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Artrial fibrillation, chances of getting stroke. Wants to do ablation. Should I do the surgery in stroke center?

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Cardiologist, Interventional
Practicing since : 1996
Answered : 192 Questions
I am a 50 year old male, 6'2, 195 lbs. I am in really good physical condition, however I suffer from atrial fibrillation. My cardiologist has recommended a cryoablation for atrial fib and I am scheduled for the ablation in a couple of weeks at a decent size hospital in Columbia, SC. I have a great deal of trust in the competency of the cardiologist who will do the work. My concern is with the 0.4% risk of stroke. It is small but if it happens wouldn't I be better off in a major hospital like Ohio State University Hospital which is supposed to be a 'stroke center'? Is it worth exploring having the procedure done there or am I just as well off in my home town hospital?
Posted Sun, 15 Apr 2012 in Hypertension and Heart Disease
Answered by Dr. Raja Sekhar Varma 12 hours later
Thank you for the query.

I understand that you are a hypertensive patient, well controlled on medication, and that you have paroxysmal AF and being planned for elective cryoablation.

Cryoablation is an advanced interventional procedure which is done by trained cardiac electrophysiologists in a specialized EP lab with all the equipment/facilities for monitoring and treatment.

In view of the nature of atrial fibrillation and the nature of the procedure, there is a small but definite risk of a peri-procedural stroke. This happens when a small blood clot is dislodged from the heart and makes its way to the arteries that supply blood to the brain and thereby causes a blockage of blood flow to the brain. The resultant acute damage to the brain results in a "stroke".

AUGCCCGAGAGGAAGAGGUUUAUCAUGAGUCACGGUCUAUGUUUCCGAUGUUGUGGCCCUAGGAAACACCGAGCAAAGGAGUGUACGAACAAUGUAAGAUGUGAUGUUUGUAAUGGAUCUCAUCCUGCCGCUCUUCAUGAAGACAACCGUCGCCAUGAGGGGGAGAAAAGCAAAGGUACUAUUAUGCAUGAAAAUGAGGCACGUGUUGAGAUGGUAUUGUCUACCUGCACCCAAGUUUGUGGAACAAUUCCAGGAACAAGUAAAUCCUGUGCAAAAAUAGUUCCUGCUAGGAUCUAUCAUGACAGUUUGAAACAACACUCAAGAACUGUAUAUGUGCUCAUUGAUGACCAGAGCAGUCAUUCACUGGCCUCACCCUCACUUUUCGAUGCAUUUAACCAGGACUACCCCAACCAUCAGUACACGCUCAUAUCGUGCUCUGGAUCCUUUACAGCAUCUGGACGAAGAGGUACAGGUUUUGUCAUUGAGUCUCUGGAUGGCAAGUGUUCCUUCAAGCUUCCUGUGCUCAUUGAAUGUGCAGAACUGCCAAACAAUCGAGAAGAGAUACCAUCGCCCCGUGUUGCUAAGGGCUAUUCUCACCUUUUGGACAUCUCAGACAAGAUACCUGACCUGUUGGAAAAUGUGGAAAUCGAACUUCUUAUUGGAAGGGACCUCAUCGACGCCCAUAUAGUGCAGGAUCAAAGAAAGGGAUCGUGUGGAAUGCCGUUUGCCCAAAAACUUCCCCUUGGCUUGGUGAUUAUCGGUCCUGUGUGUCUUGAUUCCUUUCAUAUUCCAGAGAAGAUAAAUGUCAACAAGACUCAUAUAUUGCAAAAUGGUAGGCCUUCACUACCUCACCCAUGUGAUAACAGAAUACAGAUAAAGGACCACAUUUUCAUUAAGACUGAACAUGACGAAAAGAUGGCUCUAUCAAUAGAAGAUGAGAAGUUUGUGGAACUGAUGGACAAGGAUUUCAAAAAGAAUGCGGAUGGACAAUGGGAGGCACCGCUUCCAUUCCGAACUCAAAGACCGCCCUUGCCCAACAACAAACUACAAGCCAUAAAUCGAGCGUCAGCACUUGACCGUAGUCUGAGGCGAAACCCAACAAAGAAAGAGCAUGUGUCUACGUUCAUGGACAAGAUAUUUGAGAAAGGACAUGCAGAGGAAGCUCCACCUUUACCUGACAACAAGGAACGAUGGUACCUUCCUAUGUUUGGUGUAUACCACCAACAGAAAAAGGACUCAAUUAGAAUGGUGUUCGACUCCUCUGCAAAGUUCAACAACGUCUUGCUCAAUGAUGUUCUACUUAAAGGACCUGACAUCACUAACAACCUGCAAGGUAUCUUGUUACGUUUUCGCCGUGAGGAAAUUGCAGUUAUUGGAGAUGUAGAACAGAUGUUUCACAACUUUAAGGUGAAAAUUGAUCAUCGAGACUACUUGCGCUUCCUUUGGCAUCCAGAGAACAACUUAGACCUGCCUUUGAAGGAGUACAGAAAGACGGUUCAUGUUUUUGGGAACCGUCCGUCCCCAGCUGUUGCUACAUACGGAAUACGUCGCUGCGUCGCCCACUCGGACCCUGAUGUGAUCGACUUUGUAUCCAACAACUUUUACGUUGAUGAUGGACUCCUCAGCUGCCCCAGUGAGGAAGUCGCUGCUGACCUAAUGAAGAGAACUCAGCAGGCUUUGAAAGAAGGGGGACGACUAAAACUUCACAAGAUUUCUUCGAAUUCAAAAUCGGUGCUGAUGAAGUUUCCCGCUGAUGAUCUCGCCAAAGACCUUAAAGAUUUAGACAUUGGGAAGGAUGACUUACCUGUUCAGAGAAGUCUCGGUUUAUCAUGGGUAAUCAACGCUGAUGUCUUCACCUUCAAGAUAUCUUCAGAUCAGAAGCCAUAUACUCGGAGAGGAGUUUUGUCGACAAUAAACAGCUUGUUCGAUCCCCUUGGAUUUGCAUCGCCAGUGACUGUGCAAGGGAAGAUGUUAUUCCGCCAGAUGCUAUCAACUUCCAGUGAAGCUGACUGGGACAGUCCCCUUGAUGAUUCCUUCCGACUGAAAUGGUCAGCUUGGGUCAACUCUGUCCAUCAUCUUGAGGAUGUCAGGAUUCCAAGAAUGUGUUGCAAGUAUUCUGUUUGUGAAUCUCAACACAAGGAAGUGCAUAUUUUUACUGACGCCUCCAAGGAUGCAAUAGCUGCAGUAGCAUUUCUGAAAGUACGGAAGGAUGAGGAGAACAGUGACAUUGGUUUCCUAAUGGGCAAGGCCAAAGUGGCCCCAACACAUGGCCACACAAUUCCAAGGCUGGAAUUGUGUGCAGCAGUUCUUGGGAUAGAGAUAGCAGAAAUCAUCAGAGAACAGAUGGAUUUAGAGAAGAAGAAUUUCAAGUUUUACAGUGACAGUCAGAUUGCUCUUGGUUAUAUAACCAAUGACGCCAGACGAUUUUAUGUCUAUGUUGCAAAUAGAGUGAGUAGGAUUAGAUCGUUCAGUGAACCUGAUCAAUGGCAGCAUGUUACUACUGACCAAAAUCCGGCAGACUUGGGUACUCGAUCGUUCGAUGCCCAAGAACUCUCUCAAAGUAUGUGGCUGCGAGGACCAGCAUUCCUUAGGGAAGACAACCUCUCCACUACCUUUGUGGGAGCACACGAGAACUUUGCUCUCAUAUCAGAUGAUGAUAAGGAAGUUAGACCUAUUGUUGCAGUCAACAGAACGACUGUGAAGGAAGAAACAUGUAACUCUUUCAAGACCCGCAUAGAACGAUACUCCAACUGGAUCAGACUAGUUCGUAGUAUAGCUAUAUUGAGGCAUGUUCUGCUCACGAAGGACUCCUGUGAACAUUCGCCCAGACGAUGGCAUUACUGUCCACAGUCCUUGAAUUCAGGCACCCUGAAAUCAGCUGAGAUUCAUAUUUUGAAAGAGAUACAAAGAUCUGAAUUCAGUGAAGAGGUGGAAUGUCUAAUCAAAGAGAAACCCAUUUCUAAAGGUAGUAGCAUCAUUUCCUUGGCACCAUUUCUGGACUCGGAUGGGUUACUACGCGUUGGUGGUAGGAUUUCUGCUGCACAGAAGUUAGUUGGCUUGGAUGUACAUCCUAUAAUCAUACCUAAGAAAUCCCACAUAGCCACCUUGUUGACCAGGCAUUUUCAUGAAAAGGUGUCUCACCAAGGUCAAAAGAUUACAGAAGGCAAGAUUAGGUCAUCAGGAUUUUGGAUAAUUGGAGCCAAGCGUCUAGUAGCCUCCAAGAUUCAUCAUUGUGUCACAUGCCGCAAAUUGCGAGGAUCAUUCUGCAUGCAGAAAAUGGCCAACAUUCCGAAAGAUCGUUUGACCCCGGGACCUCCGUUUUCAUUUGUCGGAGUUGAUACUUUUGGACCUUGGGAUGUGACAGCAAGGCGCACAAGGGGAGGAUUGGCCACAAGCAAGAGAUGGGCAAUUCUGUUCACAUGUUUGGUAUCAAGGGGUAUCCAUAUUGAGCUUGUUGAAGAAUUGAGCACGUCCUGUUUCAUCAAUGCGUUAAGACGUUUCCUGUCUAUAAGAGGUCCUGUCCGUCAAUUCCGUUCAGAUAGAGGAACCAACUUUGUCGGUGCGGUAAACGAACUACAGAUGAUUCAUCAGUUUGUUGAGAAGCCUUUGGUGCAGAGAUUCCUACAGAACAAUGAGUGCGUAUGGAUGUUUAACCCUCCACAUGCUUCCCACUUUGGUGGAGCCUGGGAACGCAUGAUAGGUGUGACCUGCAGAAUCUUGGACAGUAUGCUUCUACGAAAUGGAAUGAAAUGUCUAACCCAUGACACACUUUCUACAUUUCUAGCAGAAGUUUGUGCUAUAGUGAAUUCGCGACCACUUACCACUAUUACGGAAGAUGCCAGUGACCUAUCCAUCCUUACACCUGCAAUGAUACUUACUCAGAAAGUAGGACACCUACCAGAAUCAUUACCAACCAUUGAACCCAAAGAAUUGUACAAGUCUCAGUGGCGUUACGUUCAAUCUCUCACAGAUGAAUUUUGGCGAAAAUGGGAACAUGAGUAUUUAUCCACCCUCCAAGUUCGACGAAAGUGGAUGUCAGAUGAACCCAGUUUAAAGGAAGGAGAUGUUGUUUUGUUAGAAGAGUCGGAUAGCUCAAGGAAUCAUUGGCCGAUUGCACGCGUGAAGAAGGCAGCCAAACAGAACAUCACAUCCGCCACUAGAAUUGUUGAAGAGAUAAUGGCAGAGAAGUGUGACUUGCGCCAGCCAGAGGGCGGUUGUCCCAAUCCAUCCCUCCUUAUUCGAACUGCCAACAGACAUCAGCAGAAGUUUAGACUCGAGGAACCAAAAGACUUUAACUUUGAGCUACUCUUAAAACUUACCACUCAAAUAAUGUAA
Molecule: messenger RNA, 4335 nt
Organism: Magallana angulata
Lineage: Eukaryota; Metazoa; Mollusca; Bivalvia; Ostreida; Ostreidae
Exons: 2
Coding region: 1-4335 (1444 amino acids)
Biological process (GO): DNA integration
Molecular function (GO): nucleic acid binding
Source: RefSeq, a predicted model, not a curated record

As you have yourself said, the statistical chances of such an event happening is 0.4%. This means that 99.6 times out of 100, you would go through the procedure without a stroke. Precautions are also taken in the form of anti-platelet drugs, use of anti-coagulant drugs like heparin during procedure, pre-procedure imaging to rule out pre-existing blood clots in the heart, etc.

If a stroke does occur during the procedure, it can be tackled by taking a catheter to the culprit artery and either breaking down the clot mechanically or administering medicines locally as infusion to restore the blood flow to the brain and reduce the disability.

However, strokes can be unpredictable and can cause considerable disability despite the best possible treatment.

You should also consider the fact that uncontrolled AF can have a higher risk of stroke than the chances of a peri-procedure stroke.

As regards the choice of the centre, I think it should be guided by the fact that the procedure is ultimately to be done by the cardiac electrophysiologist. The success of the procedure is more important than the treatment of a stroke which may or may not happen. There is always the option of transfer to a stroke centre if there is a complication. I would advise you to choose the place which offers you the best chances of a successful ablation procedure.

I hope these details will help you to reach a decision. I wish you all the best for a healthy and happy life. Merry Christmas and a Happy New Year to you.

With regards,
DR RS Varma
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